In a Sunday op-ed piece, Frank Bruni complained that Americans get worked up to no good end — headline: “The invention of outrage” — over what passes for news these days. Well, no shit. The odd thing about the piece was that Bruni didn’t bother to explain the difference between gossip and real news:
If ever you needed an example of how easily, spuriously or conveniently we gin up our outrage, last week was it. As we kept up with [Kim] Kardashian, kept tabs on a constipated Congress and beheld both the turmoil in Greece and the travails of Herman Cain, we summoned astonishment where there was questionable grounds for it and an ire sometimes out of proportion with the circumstances. So did the players in a few of these dramas and the parasites feeding off them. It was a mad, mad week.
My first thought was yo, Frank, if you want to hear less about bimbos such as Kardashian, don’t devote half of an article to her. Don’t mention her at all. My second thought was don’t equate coverage of vapid “personalities” with stories about our dysfunctional Congress, which is still hung up on reducing debt rather than creating jobs.
Bruni and many of his colleagues are like factory workers who dump toxins into a river and then complain about all the dead fish. What is this guy smoking?
Was he complaining about the general public’s tendency to become outraged over “news” that’s actually trivia, or the media’s purposeful reduction of all news to trivia? It’s not quite clear.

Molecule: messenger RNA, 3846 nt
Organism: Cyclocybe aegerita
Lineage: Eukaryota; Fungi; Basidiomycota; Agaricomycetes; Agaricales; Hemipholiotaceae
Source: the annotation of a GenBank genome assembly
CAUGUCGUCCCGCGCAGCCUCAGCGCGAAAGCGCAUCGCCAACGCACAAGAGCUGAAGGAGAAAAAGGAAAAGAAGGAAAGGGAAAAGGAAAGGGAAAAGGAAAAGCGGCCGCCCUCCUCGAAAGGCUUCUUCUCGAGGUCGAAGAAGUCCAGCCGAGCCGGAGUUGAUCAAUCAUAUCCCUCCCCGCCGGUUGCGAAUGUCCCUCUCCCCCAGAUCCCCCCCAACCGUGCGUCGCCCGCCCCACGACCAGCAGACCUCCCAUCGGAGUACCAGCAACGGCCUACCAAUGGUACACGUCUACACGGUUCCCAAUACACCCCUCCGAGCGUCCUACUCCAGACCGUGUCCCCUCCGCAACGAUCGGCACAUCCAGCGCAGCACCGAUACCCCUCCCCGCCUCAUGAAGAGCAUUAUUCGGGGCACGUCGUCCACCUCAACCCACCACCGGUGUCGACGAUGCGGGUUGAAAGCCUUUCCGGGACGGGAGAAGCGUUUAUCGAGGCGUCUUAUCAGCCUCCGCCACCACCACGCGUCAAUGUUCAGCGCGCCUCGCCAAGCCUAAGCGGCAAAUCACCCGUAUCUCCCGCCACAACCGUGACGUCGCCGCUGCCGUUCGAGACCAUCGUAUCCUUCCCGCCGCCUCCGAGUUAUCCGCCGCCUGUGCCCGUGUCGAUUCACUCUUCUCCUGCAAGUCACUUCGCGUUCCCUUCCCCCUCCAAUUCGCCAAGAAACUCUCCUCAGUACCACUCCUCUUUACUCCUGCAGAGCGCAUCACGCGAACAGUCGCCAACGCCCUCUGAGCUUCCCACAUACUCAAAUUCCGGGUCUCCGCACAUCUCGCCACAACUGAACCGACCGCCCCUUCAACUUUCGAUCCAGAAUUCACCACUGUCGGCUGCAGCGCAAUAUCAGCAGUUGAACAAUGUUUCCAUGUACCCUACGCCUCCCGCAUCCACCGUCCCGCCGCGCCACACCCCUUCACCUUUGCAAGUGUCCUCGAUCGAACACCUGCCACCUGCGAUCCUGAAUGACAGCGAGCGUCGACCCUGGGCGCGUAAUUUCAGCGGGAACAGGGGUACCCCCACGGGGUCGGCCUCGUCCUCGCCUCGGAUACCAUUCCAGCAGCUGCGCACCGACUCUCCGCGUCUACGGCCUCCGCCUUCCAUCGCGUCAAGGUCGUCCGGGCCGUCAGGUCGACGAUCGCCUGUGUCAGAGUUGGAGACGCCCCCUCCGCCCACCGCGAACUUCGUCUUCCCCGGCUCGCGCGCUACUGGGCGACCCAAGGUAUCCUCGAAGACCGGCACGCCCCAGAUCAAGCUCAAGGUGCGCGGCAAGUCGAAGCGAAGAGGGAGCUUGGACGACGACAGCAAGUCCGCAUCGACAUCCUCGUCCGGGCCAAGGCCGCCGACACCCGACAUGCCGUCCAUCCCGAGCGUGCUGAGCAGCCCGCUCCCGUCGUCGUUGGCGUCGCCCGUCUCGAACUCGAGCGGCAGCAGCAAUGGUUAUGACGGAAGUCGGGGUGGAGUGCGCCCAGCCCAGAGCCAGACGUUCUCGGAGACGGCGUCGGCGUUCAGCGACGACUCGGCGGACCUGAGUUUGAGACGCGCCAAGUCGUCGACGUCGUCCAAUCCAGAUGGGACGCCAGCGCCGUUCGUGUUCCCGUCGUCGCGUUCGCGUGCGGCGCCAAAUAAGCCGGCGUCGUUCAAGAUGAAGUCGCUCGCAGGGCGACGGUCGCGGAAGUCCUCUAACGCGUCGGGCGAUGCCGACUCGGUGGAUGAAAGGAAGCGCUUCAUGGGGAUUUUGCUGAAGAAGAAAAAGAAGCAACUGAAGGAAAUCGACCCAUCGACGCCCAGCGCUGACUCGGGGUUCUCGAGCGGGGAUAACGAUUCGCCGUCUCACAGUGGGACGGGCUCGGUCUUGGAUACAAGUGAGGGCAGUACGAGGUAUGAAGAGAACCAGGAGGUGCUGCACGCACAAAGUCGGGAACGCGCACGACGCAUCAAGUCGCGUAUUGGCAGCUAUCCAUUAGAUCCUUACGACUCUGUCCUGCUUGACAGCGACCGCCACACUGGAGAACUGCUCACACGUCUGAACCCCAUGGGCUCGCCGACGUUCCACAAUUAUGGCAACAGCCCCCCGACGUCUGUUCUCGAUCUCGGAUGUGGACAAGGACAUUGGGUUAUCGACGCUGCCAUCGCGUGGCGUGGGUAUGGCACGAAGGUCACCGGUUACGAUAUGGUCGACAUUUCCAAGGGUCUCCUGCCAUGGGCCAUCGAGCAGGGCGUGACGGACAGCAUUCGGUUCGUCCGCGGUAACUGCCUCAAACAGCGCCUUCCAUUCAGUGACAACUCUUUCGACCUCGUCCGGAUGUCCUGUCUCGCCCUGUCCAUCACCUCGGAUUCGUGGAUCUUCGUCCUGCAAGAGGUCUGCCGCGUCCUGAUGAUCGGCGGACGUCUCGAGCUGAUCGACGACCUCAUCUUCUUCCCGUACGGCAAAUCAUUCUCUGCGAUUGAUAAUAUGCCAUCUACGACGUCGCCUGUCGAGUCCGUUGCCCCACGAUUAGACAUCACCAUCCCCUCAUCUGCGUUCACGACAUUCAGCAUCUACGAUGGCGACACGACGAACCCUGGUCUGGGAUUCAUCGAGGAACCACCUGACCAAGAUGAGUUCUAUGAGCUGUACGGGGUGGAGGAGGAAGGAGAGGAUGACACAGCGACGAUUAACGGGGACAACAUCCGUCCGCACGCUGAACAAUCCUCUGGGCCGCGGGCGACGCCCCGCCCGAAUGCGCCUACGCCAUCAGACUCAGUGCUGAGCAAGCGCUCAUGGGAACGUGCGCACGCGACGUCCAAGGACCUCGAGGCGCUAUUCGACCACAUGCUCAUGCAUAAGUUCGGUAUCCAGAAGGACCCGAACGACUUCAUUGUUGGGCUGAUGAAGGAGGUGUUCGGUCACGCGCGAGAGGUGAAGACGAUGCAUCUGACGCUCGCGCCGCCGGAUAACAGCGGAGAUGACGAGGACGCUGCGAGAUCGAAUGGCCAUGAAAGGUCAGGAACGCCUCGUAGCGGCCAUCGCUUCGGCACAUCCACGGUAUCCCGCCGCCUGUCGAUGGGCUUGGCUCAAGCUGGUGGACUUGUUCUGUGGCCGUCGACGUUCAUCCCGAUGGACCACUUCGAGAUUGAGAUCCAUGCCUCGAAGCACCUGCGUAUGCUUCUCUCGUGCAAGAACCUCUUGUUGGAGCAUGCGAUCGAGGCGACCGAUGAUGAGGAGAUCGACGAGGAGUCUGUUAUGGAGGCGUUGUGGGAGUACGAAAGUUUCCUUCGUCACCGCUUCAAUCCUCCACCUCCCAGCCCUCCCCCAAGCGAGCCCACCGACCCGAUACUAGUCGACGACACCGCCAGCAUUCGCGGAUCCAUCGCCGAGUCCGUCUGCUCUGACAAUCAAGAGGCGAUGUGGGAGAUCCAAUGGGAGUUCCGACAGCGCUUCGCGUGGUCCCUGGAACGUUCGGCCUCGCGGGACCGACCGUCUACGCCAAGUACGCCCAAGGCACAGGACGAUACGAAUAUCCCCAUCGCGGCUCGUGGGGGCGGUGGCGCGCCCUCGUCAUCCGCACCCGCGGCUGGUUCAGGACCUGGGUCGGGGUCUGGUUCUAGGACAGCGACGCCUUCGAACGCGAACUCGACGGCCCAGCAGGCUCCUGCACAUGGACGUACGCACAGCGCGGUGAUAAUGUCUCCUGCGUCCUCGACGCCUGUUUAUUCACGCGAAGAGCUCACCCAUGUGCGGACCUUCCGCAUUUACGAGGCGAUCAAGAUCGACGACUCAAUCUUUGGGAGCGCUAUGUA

What Bruni should have written about is the remarkable absence of outrage in America over issues that directly effect our health and well-being. For decades most Americans were bamboozled into believing the increasingly wide income gap between the rich and poor was nothing more than a healthy result of the free market system at work.
The corporate media does everything it can to encourage belief in this lie. One of its tricks is to distract us from important issues by prominently running stories about bimbos and sideshow freaks while at the same time under-reporting the ways in which the rich and powerful have institutionalized inequality in our sick society.
My suggestion for Bruni, if he wants to write something substantive, would be to stop following the Kardashian news, ride the subway to Zuccotti Park and ask some of the protesters why they are there. It really is an outrage.